You could walk in with nothing, and walk out with a complete online presence.

(Or, you could walk in with an online presence, and walk out with a cohesive strategy and set-up.)

So far, I’ve been thinking that this is what would go into it:

  • OMG I’m Lost: What matters, what doesn’t
  • Get Ready: Planning out your system
  • Your Assets: Preparing materials for your online identity
  • Core Work: Your blog
  • The Big Two: Facebook and Twitter
  • Don’t Stop Yet: Other social media identities
  • The System: Connecting everything up
  • The Back End: Monitoring and maintenance
  • Now What? Daily workflow and strategy

My question: Is this something you would be interested in? What value would it have for you? Let me know in the comments!

Why am I asking this? It’s exactly the kind of thing people ask me about more and more. As it becomes clear to people that they need to have a serious online presence, they feel a sense of urgency. The early adopters have already acted, but now the rest of the world knows they need to jump in!

I do know a little bit about this — especially when it comes to personal branding and online presence, but also when it comes to nonprofit organizations. I’ve been blogging since before the word was coined. I’ve initiated and been architect of a number of online and interactive products such as Everyday Democracy’s Issue Guide Exchange, the launch the Institute for Global Ethics’ renowned Ethics Newsline newsletter (we called it Business Ethics Newsline back then), Rockville Central (a hyperlocal news source and top five local blog in Maryland), and more.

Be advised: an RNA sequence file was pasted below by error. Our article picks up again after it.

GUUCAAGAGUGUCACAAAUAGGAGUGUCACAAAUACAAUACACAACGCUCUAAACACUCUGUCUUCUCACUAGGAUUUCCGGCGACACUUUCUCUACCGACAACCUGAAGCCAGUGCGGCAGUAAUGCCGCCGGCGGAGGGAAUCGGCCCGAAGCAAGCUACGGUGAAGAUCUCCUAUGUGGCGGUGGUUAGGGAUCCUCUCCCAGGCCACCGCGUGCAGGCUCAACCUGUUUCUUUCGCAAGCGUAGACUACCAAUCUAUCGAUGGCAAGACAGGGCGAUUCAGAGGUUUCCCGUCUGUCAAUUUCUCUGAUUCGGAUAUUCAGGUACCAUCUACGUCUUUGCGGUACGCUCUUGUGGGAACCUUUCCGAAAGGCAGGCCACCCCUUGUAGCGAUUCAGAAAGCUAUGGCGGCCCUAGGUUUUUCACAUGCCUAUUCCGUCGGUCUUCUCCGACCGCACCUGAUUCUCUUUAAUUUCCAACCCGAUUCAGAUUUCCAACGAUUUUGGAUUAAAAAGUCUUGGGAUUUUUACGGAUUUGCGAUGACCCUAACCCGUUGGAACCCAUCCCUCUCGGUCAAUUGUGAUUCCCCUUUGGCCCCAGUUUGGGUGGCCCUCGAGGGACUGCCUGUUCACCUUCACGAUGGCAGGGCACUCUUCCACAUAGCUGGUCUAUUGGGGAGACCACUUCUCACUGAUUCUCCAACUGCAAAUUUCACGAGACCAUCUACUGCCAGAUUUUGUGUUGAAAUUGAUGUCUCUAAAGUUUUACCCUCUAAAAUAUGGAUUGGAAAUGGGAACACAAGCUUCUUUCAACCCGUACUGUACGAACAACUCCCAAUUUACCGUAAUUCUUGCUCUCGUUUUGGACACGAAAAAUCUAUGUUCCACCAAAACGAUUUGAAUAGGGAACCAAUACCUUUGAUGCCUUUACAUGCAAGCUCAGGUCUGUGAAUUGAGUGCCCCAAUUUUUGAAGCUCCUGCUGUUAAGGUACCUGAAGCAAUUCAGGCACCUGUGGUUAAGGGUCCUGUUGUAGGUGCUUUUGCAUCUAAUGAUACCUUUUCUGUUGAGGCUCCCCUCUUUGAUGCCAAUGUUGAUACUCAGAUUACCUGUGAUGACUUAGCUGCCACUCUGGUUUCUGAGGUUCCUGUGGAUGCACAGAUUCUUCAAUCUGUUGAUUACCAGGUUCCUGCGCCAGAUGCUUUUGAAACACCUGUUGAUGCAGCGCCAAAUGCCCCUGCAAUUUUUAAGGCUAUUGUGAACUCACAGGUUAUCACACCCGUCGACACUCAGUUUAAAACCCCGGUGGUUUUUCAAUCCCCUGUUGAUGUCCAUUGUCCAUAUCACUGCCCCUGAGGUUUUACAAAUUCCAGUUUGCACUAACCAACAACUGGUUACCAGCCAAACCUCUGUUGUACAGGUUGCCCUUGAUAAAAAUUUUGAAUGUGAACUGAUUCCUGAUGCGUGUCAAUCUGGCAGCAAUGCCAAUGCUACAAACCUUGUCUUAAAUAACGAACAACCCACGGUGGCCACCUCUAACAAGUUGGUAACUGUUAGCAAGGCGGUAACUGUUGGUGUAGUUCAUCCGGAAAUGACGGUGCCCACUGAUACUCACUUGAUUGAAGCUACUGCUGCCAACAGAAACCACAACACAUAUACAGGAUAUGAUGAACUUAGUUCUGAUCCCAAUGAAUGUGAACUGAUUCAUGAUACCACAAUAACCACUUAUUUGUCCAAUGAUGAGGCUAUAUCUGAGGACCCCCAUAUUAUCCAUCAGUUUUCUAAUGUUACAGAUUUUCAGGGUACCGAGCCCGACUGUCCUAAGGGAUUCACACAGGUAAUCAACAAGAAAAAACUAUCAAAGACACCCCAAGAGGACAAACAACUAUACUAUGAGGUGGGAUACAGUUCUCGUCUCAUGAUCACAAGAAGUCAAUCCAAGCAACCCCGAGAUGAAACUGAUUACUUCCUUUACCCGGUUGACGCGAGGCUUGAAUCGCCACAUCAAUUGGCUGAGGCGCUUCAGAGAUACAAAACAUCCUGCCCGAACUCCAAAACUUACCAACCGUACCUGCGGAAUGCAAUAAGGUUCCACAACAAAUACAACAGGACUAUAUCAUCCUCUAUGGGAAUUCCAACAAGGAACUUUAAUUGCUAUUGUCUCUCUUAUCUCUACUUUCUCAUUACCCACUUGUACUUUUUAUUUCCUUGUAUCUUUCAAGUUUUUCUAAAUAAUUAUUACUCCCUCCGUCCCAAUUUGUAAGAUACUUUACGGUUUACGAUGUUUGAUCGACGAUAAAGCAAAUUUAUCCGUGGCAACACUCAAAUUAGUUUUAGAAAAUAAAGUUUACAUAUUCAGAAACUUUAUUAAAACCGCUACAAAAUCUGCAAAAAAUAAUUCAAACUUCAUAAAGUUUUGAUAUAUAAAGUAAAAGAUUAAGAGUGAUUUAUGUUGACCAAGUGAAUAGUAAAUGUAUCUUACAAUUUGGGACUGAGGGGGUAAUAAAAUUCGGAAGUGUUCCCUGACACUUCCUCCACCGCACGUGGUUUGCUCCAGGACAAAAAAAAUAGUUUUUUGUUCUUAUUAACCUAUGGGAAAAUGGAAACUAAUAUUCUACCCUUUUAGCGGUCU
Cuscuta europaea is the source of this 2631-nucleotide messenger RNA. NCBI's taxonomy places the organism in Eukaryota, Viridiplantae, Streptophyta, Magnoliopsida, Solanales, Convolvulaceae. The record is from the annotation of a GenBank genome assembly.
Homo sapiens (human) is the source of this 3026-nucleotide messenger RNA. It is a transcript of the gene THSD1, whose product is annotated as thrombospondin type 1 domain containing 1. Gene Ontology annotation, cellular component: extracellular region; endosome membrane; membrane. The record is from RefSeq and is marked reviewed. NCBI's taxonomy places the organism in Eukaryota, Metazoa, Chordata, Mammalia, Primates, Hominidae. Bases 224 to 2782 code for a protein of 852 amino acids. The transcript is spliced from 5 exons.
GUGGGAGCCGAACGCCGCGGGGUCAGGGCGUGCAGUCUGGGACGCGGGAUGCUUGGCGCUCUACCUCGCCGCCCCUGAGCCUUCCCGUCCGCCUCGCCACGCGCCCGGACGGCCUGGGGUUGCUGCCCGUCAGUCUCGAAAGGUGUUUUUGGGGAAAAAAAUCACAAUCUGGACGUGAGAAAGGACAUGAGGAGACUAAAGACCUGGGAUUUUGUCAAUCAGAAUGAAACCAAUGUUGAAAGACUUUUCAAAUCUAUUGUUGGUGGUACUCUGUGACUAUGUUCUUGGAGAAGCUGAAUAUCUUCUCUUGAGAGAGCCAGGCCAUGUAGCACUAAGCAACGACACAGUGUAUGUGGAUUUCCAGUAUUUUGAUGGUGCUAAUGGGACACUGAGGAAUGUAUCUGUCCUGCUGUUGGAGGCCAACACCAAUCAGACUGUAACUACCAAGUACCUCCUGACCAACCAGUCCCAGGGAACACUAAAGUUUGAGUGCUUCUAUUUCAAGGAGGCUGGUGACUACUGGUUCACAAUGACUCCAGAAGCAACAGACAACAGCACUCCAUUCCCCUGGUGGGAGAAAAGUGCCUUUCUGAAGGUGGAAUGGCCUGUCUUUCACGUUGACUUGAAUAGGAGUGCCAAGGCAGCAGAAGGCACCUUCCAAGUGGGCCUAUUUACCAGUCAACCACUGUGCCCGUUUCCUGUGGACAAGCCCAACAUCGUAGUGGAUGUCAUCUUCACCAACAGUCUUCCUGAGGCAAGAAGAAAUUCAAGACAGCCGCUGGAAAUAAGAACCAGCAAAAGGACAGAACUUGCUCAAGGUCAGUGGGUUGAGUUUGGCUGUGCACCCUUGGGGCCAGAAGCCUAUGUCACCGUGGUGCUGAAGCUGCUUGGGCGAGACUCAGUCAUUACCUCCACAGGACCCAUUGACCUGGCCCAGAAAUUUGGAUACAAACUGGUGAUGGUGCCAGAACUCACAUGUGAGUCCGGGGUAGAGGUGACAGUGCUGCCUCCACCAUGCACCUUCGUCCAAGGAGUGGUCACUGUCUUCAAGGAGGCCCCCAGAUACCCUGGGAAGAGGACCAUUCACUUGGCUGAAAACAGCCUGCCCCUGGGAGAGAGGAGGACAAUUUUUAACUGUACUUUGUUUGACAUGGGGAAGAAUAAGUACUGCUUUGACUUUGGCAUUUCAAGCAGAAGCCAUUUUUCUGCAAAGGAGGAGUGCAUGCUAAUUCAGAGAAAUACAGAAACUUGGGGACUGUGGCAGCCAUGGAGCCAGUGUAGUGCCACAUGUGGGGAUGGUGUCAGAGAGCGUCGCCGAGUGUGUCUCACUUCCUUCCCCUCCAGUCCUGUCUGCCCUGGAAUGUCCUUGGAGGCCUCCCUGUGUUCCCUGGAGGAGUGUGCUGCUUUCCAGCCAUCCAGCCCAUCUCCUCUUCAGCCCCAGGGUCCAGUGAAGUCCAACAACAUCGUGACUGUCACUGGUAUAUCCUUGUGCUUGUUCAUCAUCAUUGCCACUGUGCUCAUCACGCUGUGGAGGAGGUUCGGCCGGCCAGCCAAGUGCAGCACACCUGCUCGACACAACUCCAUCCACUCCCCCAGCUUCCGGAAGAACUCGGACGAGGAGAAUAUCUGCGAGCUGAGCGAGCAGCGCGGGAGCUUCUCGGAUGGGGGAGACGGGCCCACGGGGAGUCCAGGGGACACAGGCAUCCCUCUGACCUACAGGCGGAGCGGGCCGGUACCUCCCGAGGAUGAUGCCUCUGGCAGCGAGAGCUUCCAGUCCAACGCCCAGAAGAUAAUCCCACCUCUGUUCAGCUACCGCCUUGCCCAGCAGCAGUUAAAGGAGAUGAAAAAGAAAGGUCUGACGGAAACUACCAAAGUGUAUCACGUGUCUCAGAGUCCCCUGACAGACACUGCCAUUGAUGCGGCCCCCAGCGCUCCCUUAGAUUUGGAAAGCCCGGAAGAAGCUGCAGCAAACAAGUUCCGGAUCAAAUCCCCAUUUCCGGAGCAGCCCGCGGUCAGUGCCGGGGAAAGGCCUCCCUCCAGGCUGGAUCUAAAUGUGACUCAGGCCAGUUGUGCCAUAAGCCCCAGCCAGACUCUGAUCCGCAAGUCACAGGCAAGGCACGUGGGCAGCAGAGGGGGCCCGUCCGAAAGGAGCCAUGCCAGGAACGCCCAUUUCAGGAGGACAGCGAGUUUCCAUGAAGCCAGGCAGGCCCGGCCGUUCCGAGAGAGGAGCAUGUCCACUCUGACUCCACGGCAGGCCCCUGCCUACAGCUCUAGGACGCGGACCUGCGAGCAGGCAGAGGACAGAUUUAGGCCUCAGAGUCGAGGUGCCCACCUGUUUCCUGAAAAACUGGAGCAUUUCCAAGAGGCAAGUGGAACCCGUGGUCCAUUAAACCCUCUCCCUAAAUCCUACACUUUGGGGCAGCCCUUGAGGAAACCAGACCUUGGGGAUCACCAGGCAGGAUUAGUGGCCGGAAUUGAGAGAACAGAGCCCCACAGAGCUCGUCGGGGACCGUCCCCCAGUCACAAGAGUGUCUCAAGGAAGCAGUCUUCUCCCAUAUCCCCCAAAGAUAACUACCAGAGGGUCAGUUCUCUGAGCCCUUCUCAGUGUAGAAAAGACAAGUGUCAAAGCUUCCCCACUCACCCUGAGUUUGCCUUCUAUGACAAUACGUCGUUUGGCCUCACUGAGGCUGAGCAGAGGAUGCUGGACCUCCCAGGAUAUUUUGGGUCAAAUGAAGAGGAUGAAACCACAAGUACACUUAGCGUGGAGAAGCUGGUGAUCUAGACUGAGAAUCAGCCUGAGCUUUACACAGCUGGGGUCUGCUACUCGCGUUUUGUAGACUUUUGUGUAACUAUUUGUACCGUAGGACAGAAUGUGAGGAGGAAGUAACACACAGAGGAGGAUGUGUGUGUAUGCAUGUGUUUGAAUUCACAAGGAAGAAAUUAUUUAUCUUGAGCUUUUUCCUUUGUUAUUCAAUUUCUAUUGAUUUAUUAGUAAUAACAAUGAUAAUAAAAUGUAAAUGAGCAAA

Bottom line: I’ve been at this for a long time and I’ve got a lot of lessons. I would love to share what I’ve learned with folks.

Are you interested? If there is enough interest, I’ll think about setting it up!

Some Contrarian Bullets

Just a few contrarian bullets . . . thoughts, complaints, and predictions:

  • There is a difference between a “brand” and a “label” — many label when they think they are branding.
  • There is a difference between “being online” and “having a brand.”
  • Young professionals tend to overvalue their intelligence, and undervalue others’ experience.
  • Few people want to have a “conversation” with a business or institution.
  • Twitter will fizzle out because it requires too much insider knowledge (e.g., using the @ sign to address people), but it may remain a useful platform to publish into other streams.
  • URL shorteners must go away, they are an open door to abuse and rely too heavily on user’s good will.
  • MySpace should not be counted out, if only because Rupert Murdoch knows how to make money.
  • Now that it includes just about everything, I would pay a yearly fee for Facebook.
  • AOL was ahead of its time and could have been Facebook.
  • Facebook does, however, need to fix its email system.
  • Much as I am a fanboy, I can’t imagine Google succeeding at anything in the social space.
  • In five years, geeks will say, “Remember Wave?”
  • Linux will always be the future of operating systems.
  • The government will try to regulate Facebook like a utility.
  • Too often, leaders address poor execution with new systems (e.g., the “Homeland Security” department).
  • Many organizations do not need to exist in their present form.
  • We will look back on the oughties as “the decade of the police procedural.”

Got a contrarian bullet? Let me know in the comments!